- Aug 10, 2020
Cardinal Raymond Burke said Thursday that the Catholic Church is facing “a very grave crisis” due to the “grievous failure” on the part of certain bishops and that “a serious loss of confidence in our shepherds” needs to be restored after sexual abuse scandals in the United States.
At a major Rome summit on Saturday, leaders of the opposition to Pope Francis’s document “Amoris Laetitia” insisted “we cannot be ignored,” but it’s not clear they jarred Pope Francis out of his “Just don’t look!” strategy.
Participants in an April 7 summit of opposition figures to Pope Francis’s “Amoris Laetitia” finished by asking the “pope and the bishops to confirm us in the faith.”
A major Rome summit on Saturday is hardly the first time the Church has seen a rift between the pope and some of his bishops.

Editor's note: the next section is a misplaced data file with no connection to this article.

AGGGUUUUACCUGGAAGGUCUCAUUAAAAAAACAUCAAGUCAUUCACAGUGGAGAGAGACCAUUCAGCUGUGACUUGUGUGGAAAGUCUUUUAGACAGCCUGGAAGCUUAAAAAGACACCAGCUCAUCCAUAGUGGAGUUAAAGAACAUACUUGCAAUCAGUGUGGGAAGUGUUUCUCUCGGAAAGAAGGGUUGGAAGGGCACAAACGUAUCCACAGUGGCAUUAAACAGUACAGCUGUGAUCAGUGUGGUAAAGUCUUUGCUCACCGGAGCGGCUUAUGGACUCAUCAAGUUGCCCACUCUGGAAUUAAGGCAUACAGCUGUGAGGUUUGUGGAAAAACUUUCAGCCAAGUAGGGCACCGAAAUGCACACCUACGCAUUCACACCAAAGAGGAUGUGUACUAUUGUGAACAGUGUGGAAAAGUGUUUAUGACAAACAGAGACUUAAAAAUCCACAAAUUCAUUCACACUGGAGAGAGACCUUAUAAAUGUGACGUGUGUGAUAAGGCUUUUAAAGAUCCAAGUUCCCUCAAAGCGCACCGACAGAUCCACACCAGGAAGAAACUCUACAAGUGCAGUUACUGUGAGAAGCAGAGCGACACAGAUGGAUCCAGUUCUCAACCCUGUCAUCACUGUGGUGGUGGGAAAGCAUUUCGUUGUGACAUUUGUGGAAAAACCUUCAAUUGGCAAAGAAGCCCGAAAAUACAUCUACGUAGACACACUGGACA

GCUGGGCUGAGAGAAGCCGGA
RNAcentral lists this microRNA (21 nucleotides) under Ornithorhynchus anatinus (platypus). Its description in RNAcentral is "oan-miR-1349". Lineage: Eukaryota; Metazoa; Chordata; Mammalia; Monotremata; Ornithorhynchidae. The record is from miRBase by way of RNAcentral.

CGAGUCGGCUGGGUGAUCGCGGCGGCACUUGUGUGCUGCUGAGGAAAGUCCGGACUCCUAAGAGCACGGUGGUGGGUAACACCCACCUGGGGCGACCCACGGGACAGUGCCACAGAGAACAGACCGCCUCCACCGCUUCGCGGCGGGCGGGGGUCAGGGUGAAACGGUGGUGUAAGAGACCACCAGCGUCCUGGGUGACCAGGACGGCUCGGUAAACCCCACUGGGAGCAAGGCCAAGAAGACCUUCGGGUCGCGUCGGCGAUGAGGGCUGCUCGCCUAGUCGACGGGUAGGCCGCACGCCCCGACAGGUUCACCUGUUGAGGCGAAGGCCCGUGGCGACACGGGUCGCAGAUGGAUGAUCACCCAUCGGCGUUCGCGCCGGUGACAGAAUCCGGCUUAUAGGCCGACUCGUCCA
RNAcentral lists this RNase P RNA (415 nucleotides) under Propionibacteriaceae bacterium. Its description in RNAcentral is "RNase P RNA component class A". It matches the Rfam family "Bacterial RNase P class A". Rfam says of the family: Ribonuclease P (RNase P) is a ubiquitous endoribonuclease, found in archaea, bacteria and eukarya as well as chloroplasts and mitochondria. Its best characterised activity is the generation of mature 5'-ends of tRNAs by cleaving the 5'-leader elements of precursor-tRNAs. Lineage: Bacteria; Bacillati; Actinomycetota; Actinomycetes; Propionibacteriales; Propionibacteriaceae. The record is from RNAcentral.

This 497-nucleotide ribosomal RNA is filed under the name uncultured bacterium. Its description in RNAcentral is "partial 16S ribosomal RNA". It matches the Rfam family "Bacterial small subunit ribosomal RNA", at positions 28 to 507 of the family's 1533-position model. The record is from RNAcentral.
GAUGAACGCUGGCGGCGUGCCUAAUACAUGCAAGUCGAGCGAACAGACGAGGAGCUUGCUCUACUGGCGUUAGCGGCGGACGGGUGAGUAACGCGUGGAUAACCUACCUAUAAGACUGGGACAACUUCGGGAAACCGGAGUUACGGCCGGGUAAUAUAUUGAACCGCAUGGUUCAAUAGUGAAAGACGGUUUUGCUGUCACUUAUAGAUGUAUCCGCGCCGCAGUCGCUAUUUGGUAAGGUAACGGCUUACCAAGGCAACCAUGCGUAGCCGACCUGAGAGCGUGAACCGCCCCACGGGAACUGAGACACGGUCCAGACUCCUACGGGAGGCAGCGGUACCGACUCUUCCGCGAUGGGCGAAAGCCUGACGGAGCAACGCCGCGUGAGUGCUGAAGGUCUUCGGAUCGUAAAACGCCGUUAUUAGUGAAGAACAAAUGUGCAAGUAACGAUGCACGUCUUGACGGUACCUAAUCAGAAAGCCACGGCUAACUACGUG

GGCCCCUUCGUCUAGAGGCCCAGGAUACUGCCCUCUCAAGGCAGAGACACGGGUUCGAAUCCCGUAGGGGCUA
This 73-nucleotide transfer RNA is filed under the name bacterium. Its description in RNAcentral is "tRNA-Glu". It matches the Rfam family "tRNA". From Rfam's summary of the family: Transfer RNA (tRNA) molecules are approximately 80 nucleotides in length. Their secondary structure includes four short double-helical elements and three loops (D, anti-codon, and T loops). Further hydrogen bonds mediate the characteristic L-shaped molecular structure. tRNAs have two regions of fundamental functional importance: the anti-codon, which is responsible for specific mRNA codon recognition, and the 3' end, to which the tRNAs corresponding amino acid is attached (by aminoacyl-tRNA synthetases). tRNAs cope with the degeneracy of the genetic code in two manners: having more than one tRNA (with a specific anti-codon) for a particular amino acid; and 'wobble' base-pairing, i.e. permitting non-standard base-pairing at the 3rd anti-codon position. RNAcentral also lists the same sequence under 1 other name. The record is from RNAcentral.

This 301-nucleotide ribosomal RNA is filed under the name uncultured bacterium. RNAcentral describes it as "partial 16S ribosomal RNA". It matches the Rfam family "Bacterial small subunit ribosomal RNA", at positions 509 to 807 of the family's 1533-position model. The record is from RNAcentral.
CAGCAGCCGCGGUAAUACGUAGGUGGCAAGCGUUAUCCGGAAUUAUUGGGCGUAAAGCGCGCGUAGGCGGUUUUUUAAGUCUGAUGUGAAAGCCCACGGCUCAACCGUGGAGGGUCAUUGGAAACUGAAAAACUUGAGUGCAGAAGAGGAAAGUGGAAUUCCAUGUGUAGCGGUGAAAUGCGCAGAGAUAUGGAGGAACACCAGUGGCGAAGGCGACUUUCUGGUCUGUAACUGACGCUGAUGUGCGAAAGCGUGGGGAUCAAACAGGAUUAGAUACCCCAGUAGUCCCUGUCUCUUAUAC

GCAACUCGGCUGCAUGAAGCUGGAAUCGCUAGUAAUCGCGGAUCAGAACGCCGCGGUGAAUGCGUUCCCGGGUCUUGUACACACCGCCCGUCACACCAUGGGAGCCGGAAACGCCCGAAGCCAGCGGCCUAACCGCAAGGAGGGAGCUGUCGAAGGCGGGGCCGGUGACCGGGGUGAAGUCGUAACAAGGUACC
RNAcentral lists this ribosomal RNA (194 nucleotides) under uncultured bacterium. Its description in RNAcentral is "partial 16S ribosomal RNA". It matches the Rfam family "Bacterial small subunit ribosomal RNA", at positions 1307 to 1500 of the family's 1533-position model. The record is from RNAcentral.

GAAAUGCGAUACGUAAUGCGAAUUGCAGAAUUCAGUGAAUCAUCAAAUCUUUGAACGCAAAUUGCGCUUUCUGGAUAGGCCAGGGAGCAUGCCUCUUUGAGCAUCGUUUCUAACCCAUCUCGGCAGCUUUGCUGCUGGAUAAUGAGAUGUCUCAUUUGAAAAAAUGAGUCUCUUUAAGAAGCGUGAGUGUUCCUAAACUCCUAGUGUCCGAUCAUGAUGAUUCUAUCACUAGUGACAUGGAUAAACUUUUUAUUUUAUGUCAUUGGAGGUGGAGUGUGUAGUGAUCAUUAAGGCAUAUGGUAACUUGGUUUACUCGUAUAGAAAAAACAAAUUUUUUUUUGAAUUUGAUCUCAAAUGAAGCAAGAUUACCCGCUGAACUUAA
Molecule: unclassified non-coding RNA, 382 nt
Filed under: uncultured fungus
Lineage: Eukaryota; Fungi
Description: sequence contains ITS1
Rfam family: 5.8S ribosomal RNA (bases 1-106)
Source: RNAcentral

Waiting for a Vatican verdict on allegations that he sexually abused several boys in the 1970s, Archbishop Anthony S. Apuron of Agana, Guam, attended one of Pope Francis’s weekly general audiences in February.
Nearly six weeks ago, a 25-page letter, signed by 62 theologians and clergy, accused Pope Francis of promoting heresy in ‘Amoris Laetitia,’ his 2016 document on the family. In a statement, the organizers called this ‘filial correction’ an epoch-making act, and it made a huge splash in the press. Why, then, haven’t more of the pope’s critics added their name to it?